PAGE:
Cerebrovascular disease in ageing and Alzheimer's disease.

Love S, Miners JS - Acta Neuropathol. (2015)

Microhaemorrhage associated with Aβ amyloid angiopathy. a Accumulation of numerous haemosiderin-laden macrophages around a cortical arteriole with a strongly eosinophilic wall. b The arteriole is immunopositive for Aβ, as demonstrated in this adjacent section. Bar 500 μm
© Copyright Policy - OpenAccess
Related In: Results  -  Collection

License
Show All Figures
getmorefigures.php?uid=PMC4835514&req=5

Fig3: Microhaemorrhage associated with Aβ amyloid angiopathy. a Accumulation of numerous haemosiderin-laden macrophages around a cortical arteriole with a strongly eosinophilic wall. b The arteriole is immunopositive for Aβ, as demonstrated in this adjacent section. Bar 500 μm
Mentions: Numerous studies have documented that patients with Aβ amyloid angiopathy are prone to cerebral haemorrhage, particularly lobar haemorrhage and cortical microhaemorrhage (Fig. 3) [43, 50, 51, 97, 111, 115, 131, 161, 171]. Both the ε2 and ε4 alleles of APOE increase the risk of Aβ amyloid angiopathy-associated lobar haemorrhage [52, 53, 116]; ε4 may do so by promoting the accumulation of Aβ in the walls of arterioles, and ε2 by promoting the development of vasculopathic changes, particularly fibrinoid necrosis, in the amyloid-laden vessels [54, 103]. Patients with Aβ amyloid angiopathy are also prone to develop superficial cortical siderosis [29, 93].Fig. 3

Bottom Line: Whilst demand for oxygen and glucose falls in late disease, functional MRI, near infrared spectroscopy to measure the saturation of haemoglobin by oxygen, and biochemical analysis of myelin proteins with differential susceptibility to reduced oxygenation have all shown that the reduction in blood flow in AD is primarily a problem of inadequate blood supply, not reduced metabolic demand.Whilst there is clearly an additive component to the clinical and pathological effects of hypoperfusion and AD, experimental and clinical observations suggest that the disease processes also interact mechanistically at a cellular level in a manner that exacerbates both.The elucidation of some of the mechanisms responsible for hypoperfusion in AD and for the interactions between CVD and AD has led to the identification of several novel therapeutic approaches that have the potential to ameliorate ischaemic damage and slow the progression of neurodegenerative disease.

View Article: PubMed Central - PubMed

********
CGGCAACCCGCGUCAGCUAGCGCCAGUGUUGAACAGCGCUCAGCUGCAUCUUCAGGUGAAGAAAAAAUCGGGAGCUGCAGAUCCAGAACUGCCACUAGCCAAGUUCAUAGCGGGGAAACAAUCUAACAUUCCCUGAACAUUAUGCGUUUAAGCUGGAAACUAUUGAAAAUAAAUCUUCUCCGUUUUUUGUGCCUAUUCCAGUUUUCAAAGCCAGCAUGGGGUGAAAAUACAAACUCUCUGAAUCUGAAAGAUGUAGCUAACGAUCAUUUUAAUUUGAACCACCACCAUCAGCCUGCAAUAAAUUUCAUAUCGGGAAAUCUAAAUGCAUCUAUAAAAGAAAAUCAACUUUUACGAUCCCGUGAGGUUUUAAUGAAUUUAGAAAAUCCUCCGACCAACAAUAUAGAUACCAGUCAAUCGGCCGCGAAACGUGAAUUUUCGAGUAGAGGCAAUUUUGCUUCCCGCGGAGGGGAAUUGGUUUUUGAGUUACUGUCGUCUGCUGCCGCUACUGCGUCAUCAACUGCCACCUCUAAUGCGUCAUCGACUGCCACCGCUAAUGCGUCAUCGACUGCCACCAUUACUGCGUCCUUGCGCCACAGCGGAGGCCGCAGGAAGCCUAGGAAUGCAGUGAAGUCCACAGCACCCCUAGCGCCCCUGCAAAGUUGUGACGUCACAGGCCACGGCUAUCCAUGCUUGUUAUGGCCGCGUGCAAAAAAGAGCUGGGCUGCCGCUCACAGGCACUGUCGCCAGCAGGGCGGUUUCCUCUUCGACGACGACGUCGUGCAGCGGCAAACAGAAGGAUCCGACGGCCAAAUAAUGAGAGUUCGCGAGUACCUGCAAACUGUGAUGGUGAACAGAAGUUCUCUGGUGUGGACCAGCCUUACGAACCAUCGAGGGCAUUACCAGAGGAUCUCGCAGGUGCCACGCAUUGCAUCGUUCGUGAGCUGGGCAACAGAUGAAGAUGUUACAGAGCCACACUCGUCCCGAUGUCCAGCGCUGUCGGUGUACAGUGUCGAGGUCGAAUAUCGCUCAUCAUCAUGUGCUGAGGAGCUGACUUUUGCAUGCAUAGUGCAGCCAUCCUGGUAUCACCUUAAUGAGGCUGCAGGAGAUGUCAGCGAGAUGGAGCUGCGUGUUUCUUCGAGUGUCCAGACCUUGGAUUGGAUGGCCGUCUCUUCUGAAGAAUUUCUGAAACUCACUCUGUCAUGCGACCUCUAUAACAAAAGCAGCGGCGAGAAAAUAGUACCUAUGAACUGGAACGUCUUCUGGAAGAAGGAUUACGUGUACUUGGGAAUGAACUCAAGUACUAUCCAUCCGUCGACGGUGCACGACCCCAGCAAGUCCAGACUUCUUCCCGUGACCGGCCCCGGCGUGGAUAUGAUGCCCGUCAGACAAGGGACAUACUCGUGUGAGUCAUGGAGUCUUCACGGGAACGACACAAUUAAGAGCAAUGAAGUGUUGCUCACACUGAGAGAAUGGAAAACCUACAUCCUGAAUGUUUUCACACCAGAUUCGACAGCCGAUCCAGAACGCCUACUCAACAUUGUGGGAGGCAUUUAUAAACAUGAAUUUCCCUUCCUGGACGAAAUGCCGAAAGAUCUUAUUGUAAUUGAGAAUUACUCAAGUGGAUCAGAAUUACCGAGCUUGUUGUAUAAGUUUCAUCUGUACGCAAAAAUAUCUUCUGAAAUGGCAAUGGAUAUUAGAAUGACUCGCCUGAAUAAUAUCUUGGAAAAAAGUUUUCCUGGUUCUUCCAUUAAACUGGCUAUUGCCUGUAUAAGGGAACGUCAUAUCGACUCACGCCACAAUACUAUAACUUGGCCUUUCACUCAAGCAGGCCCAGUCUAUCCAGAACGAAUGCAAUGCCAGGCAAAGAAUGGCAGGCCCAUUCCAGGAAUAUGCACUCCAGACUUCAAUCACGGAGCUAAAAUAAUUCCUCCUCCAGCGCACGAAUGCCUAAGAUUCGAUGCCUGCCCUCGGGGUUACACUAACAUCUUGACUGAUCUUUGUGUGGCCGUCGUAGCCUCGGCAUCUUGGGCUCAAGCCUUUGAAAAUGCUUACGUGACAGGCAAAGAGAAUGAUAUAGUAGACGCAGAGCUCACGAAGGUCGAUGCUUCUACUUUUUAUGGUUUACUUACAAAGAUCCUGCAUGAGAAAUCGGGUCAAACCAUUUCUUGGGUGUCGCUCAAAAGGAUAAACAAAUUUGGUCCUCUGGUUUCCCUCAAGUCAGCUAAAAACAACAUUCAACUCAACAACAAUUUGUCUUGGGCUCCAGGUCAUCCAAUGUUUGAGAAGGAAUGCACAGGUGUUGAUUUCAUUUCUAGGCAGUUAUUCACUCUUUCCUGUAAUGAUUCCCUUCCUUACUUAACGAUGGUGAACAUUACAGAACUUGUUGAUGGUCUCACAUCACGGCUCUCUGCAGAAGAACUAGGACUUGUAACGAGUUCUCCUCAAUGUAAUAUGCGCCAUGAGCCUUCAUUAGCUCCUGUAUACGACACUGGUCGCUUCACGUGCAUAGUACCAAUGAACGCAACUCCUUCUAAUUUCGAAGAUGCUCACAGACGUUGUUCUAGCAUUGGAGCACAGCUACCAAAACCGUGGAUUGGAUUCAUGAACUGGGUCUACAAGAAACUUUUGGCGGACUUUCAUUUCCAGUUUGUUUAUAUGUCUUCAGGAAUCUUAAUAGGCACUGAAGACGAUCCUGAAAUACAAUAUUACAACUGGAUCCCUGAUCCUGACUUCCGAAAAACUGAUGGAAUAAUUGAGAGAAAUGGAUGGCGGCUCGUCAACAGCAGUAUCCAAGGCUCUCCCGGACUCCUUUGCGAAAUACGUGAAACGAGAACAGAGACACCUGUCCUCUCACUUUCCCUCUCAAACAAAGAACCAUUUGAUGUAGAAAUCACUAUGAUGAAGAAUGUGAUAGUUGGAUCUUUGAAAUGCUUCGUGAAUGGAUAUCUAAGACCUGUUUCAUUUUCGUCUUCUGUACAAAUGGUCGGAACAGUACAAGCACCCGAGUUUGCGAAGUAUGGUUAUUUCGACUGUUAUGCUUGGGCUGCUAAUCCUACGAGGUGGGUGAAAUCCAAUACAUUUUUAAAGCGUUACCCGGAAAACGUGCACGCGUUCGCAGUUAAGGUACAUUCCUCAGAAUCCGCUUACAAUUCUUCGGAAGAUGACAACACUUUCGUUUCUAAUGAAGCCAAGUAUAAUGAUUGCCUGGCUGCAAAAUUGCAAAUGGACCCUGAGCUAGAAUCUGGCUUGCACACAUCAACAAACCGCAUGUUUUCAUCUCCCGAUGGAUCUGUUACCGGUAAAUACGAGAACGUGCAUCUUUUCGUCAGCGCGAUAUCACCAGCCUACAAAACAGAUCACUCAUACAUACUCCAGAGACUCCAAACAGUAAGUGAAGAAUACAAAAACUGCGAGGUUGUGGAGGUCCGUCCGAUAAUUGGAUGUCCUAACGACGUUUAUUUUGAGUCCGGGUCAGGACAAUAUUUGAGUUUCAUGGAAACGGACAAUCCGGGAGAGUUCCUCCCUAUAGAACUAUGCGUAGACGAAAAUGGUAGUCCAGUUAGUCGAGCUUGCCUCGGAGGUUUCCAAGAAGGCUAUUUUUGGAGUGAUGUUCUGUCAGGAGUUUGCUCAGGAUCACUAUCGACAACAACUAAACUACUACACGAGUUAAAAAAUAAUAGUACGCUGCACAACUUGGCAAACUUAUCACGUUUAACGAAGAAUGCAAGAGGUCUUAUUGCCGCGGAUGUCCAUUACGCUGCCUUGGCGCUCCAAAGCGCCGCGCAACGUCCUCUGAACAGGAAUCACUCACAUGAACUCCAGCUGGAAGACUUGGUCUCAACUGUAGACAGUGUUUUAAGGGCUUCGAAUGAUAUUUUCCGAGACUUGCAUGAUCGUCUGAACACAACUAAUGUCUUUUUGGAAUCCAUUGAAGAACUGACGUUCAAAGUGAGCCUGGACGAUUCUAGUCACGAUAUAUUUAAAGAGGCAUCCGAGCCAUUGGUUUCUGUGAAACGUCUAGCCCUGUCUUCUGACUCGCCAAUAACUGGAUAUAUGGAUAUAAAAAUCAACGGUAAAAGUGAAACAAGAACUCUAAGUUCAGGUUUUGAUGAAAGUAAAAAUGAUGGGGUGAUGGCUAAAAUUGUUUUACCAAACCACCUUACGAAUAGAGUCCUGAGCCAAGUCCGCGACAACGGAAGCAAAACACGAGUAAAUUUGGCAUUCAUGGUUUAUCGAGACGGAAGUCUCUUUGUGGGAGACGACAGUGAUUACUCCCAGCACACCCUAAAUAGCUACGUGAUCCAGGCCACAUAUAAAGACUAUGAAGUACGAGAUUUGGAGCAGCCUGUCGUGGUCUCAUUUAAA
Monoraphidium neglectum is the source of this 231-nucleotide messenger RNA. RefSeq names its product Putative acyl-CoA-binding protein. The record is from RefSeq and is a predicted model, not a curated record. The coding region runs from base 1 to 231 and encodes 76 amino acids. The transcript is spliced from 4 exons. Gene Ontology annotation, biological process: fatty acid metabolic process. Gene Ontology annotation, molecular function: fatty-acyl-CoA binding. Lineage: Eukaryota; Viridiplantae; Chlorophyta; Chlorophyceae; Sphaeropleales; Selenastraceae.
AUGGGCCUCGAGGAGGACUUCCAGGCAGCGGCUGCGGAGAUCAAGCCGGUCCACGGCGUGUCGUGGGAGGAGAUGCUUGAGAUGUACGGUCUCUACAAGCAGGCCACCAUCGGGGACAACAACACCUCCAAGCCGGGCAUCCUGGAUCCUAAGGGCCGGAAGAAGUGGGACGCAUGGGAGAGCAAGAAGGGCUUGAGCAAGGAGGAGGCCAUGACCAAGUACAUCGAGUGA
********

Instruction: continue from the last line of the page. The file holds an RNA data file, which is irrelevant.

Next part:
Affiliation: Institute of Clinical Neurosciences, School of Clinical Sciences, Learning and Research Level 2, Southmead Hospital, University of Bristol, Bristol, BS10 5NB, UK. seth.love@bris.ac.uk.

ABSTRACT
Cerebrovascular disease (CVD) and Alzheimer's disease (AD) have more in common than their association with ageing. They share risk factors and overlap neuropathologically. Most patients with AD have Aβ amyloid angiopathy and degenerative changes affecting capillaries, and many have ischaemic parenchymal abnormalities. Structural vascular disease contributes to the ischaemic abnormalities in some patients with AD. However, the stereotyped progression of hypoperfusion in this disease, affecting first the precuneus and cingulate gyrus, then the frontal and temporal cortex and lastly the occipital cortex, suggests that other factors are more important, particularly in early disease. Whilst demand for oxygen and glucose falls in late disease, functional MRI, near infrared spectroscopy to measure the saturation of haemoglobin by oxygen, and biochemical analysis of myelin proteins with differential susceptibility to reduced oxygenation have all shown that the reduction in blood flow in AD is primarily a problem of inadequate blood supply, not reduced metabolic demand. Increasing evidence points to non-structural vascular dysfunction rather than structural abnormalities of vessel walls as the main cause of cerebral hypoperfusion in AD. Several mediators are probably responsible. One that is emerging as a major contributor is the vasoconstrictor endothelin-1 (EDN1). Whilst there is clearly an additive component to the clinical and pathological effects of hypoperfusion and AD, experimental and clinical observations suggest that the disease processes also interact mechanistically at a cellular level in a manner that exacerbates both. The elucidation of some of the mechanisms responsible for hypoperfusion in AD and for the interactions between CVD and AD has led to the identification of several novel therapeutic approaches that have the potential to ameliorate ischaemic damage and slow the progression of neurodegenerative disease.

No MeSH data available.


Related in: MedlinePlus